I am very happy to announce that we won a 440 appeal in the Appellate Division, Second Department, overturning the denial of our 440 motion by Justice Wong in Queens. See, People v. Pinto, ___ A.D.3d___, (2d Dept. November 17, 2015) 2015 WL 7266251; 2015 Slip. Op. 08441. This victory was also covered on the front page of the New York Law Journal in their November 27, 2015 edition. This case set a precedent which will help many people undo pleas of guilty which are destroying their lives.
We recently won the vacatur of a very old conviction from 1991 by winning an appeal of our motion in the Appellate Division First Department. 2015 Slip. Op. 03044 (April 9, 2015). This decision was based on the competency of the client at the time of the plea and the Court’s failure to follow mental health provisions in the Criminal Procedure Law.
To usher in the New Year we were happy to announce a reversal of a cocaine conviction in the Appellate Division 4th Department. See, Link http://www.laberichman.com/wp-content/uploads/sites/1857/2015/12/1450.pdf
We were able to get this client out of immigration custody by winning a motion to file a late notice of appeal and then we aggressively attacked the conviction with a 440 Motion. When that failed we filed a motion for permission to appeal the 440 denial which was granted by the Fourth Department. We then did a direct appeal and a 440 appeal which ended in the reversal that just occurred. We will go back to Utica to fight this case, and based on the language in this opinion, fortunately, we have a good chance.
We also recently won another motion to file a late notice of appeal in the First Department which freed another individual who had been in immigration custody for months. And, this is something that we have done numerous times in the past. ICE can only hold immigrants who have final convictions and if the case is on direct appeal, their deportation proceedings will be temporarily terminated. This gives a litigant more post-conviction options because the defendant can now raise issues by 440 motion and on direct appeal. This expands the claims that can be raised to a large degree.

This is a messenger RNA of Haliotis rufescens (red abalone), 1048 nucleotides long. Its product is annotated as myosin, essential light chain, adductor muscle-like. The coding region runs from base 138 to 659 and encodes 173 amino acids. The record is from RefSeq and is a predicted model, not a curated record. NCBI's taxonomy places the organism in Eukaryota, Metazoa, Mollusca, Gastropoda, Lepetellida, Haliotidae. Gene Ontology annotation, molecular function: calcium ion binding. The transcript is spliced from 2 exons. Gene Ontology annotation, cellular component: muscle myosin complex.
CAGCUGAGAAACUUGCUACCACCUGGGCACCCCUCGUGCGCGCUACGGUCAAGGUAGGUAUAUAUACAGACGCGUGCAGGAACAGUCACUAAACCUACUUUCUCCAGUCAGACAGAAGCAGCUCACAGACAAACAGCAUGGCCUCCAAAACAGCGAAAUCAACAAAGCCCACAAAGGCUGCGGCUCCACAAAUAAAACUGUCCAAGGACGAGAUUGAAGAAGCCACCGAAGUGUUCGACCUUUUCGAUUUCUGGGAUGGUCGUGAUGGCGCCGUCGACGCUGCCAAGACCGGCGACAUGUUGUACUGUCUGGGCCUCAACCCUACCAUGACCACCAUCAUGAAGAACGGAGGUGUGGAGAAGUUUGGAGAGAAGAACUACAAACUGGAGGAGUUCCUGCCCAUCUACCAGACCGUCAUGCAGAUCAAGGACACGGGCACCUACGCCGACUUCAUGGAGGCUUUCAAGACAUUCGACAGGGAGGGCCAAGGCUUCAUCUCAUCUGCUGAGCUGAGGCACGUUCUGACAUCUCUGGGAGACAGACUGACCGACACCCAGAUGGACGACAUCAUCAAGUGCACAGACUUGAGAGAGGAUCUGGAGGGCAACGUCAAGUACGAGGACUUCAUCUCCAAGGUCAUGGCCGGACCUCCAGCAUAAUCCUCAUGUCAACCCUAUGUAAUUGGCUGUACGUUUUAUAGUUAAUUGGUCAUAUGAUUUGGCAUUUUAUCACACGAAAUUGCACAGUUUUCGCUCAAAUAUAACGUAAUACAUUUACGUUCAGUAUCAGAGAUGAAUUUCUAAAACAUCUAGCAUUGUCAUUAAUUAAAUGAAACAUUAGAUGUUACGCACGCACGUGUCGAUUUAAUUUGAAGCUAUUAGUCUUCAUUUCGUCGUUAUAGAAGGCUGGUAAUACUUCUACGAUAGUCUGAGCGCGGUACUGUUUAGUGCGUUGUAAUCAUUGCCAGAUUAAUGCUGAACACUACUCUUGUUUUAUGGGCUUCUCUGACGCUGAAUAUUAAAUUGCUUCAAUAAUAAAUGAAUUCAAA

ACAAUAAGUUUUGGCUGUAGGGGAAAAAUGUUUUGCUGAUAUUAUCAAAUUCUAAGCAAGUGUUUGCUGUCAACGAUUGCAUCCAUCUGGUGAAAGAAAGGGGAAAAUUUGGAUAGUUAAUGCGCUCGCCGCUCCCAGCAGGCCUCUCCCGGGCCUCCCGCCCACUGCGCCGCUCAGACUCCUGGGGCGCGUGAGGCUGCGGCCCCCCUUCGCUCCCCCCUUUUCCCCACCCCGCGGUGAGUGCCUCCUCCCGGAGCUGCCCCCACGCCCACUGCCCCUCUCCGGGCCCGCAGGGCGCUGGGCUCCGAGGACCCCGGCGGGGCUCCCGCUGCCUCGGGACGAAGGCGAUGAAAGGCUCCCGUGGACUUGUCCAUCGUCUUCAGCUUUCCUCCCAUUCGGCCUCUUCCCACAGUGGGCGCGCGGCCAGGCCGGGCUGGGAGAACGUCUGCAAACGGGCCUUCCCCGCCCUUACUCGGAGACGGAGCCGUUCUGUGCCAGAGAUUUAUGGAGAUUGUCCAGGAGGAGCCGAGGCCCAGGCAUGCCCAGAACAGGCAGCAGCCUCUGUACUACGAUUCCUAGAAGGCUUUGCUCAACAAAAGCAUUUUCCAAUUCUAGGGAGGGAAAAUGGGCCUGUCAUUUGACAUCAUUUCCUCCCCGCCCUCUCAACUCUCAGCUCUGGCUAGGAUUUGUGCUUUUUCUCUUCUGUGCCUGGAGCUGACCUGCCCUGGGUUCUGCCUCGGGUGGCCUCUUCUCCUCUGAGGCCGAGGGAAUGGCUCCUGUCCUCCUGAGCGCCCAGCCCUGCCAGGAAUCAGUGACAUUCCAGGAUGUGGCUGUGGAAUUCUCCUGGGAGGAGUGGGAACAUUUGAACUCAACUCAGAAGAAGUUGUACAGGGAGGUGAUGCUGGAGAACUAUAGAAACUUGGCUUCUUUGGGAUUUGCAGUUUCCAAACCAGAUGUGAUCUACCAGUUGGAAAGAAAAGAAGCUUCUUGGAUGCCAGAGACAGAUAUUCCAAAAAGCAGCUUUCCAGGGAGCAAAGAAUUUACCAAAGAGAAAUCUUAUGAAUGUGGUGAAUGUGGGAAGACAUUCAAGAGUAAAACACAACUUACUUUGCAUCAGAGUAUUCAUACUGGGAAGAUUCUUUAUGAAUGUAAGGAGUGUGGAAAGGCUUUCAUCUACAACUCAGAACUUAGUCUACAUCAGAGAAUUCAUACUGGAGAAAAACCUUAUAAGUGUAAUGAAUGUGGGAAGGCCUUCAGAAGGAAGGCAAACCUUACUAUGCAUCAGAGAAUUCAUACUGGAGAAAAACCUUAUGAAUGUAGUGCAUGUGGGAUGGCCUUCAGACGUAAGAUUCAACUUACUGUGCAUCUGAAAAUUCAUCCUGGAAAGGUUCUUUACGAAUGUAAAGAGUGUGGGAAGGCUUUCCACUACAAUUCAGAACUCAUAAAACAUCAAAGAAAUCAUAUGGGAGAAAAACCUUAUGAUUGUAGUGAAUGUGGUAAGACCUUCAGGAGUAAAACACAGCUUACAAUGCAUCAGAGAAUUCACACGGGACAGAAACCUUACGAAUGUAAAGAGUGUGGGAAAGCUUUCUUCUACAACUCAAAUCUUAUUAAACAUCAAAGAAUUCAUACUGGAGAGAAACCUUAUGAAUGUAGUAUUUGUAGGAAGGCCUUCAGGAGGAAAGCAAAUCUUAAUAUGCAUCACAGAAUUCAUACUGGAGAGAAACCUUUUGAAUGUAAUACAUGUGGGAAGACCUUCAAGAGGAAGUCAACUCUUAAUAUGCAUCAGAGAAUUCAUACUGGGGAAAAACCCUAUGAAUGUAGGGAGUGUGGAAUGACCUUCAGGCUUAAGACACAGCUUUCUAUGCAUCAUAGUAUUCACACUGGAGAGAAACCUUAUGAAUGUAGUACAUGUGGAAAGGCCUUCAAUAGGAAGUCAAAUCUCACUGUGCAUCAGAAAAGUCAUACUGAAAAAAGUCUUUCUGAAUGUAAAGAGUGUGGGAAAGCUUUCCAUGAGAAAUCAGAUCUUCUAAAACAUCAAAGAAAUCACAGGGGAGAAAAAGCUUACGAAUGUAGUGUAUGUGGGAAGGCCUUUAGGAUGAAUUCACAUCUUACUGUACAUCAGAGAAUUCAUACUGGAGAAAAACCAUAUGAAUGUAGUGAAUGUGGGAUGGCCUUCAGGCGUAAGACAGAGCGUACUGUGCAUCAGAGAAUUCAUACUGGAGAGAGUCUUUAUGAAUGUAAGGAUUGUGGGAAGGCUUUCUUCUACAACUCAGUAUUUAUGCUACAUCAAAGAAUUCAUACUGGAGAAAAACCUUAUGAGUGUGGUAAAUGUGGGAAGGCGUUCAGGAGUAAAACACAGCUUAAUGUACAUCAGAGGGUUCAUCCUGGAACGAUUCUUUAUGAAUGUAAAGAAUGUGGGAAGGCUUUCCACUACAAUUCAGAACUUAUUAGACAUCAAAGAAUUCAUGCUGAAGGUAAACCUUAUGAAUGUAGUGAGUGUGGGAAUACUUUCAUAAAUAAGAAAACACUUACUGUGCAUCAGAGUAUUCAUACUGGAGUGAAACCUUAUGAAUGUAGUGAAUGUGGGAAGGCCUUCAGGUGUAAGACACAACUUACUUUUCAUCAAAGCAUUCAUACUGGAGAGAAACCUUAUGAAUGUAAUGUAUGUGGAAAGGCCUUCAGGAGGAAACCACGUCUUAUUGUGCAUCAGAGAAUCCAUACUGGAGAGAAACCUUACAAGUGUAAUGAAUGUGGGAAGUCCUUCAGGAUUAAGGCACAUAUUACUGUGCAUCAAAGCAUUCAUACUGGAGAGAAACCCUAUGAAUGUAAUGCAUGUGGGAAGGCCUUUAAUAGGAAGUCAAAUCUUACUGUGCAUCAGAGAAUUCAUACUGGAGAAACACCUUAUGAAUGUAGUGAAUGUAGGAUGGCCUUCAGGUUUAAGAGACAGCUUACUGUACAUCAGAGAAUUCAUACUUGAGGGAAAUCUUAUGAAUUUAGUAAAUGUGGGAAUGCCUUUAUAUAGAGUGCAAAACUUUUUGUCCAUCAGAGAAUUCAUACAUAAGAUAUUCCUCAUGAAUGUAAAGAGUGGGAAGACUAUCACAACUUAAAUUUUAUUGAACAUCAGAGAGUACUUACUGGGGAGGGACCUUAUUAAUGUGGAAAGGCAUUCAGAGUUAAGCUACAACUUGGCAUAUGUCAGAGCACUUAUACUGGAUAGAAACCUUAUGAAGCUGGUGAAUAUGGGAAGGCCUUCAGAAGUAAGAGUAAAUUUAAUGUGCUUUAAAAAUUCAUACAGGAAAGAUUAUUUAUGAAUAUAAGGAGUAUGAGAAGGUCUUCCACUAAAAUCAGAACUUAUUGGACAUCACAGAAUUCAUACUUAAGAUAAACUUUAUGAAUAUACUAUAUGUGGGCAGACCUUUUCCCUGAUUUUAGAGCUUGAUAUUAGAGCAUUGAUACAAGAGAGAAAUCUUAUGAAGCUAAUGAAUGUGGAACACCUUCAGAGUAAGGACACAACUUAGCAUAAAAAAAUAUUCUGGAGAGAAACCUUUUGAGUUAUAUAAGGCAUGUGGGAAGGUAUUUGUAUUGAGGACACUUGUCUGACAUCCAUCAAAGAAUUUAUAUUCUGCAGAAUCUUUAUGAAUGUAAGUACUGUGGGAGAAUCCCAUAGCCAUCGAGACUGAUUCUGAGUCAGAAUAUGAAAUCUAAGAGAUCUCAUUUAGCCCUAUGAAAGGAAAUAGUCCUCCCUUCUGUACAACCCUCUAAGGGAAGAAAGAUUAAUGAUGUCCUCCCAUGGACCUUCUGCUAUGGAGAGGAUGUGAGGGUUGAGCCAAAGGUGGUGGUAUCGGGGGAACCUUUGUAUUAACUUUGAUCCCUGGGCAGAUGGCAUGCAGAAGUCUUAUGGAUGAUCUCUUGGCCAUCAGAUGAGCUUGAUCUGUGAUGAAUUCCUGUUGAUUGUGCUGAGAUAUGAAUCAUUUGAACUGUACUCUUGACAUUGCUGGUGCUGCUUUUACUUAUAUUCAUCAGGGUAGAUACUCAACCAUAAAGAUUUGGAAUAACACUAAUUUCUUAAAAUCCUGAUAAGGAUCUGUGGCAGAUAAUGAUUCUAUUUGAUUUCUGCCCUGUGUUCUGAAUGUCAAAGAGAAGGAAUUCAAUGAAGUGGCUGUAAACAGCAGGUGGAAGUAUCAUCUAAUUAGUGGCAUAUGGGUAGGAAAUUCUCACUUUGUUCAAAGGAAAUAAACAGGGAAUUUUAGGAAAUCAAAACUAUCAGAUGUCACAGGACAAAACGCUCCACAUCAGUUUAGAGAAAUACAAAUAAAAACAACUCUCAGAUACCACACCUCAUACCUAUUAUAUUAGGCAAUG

In the past couple of years we have also won vacaturs of drug convictions in the Bronx, Brooklyn, Staten Island, Manhattan, and Queens, and we have been able to switch these convictions to offenses that offer immigrants a chance at cancellation of removal and citizenship. A discussion of our victories from earlier years can be found under our conviction attack heading above. Remember, however, that past-victories do not mean that we will win your case or even be able to file a motion to vacate. Every case is different and involves an application of unique facts to the applicable law.
And, even though Padilla v. Kentucky is not retroactive, we have been able to find errors that have allowed us to at least vacate and switch convictions to crimes that do not involve mandatory deportation and a lifetime bar to citizenship. Recently, we won such a motion, on an ecstasy sale case where the defendant was not told that he had a defense that, although he gave the drugs to the undercover, which is technically a sale in New York, he was only doing so as an agent of the buyer, and was not guilty of trafficking under New York law. This saved his life in the United States with his family and Padilla was not used at all.